Soyen Shaku

‘Dhyana then is a discipline in tranquillization. It aims at giving to a mind the time for deliberation and saving it from running wild; it directs the vain and vulgar to the path of earnestness and reality; it makes us feel interest in higher things which are above the senses; it discovers the presence in us of a spiritual faculty which bridges the chasm between the finite and the infinite; and it finally delivers us from the bondage and torture of ignorance, safely leading us to the other side of Nirvana.’ (Sermons of a Buddhist Abbot)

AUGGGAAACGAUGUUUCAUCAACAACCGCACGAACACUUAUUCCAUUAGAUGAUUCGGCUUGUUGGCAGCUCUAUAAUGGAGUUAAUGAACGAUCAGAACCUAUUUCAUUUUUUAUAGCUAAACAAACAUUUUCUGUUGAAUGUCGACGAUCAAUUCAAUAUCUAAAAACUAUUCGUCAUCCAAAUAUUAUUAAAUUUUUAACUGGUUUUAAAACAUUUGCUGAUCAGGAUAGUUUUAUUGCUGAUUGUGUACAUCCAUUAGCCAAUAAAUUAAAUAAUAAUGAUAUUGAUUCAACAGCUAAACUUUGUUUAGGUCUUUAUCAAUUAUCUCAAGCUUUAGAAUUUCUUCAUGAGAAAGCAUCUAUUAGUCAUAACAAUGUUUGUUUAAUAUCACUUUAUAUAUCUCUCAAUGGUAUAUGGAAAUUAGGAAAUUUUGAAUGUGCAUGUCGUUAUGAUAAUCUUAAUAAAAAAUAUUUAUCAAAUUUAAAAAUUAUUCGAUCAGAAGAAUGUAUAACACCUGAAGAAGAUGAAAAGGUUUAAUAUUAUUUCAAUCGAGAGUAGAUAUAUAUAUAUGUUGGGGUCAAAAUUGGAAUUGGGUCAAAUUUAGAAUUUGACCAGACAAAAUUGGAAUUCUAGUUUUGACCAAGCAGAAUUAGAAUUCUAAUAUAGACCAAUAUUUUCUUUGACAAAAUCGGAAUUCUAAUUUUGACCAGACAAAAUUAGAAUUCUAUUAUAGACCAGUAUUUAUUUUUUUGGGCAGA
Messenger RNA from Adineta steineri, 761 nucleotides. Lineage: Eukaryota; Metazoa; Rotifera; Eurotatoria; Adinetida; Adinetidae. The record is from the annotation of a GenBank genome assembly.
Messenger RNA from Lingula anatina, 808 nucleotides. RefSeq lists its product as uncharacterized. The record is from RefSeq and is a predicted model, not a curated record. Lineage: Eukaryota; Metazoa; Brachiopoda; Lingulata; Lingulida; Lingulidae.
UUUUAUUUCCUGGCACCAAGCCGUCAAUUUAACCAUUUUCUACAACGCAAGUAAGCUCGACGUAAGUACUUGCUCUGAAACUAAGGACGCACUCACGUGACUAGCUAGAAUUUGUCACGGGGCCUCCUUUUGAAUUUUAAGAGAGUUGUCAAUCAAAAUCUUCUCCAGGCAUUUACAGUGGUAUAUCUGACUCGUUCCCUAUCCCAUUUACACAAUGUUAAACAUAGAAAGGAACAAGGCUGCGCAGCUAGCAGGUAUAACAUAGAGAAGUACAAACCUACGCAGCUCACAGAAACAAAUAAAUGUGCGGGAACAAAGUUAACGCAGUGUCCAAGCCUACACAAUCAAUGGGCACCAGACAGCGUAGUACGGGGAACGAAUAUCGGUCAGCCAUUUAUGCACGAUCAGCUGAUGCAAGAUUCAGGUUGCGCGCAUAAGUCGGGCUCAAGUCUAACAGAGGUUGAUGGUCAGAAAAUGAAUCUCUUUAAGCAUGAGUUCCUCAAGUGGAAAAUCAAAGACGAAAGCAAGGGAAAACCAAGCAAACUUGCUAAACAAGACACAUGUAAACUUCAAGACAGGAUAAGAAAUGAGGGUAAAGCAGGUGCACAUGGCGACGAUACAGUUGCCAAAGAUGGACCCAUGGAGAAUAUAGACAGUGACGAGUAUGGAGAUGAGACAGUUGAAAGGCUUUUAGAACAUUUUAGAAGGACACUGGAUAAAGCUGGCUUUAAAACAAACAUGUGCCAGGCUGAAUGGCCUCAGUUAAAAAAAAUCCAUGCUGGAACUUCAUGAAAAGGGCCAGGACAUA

I have quoted a few of these pieces before. As I was typing this out, I thought that it is only a few years before Kodo Sawaki was instilling in his listeners the idea of zazen being good for nothing. Both descriptions are, of course, medicine appropriate for the condition of the listener at hand.

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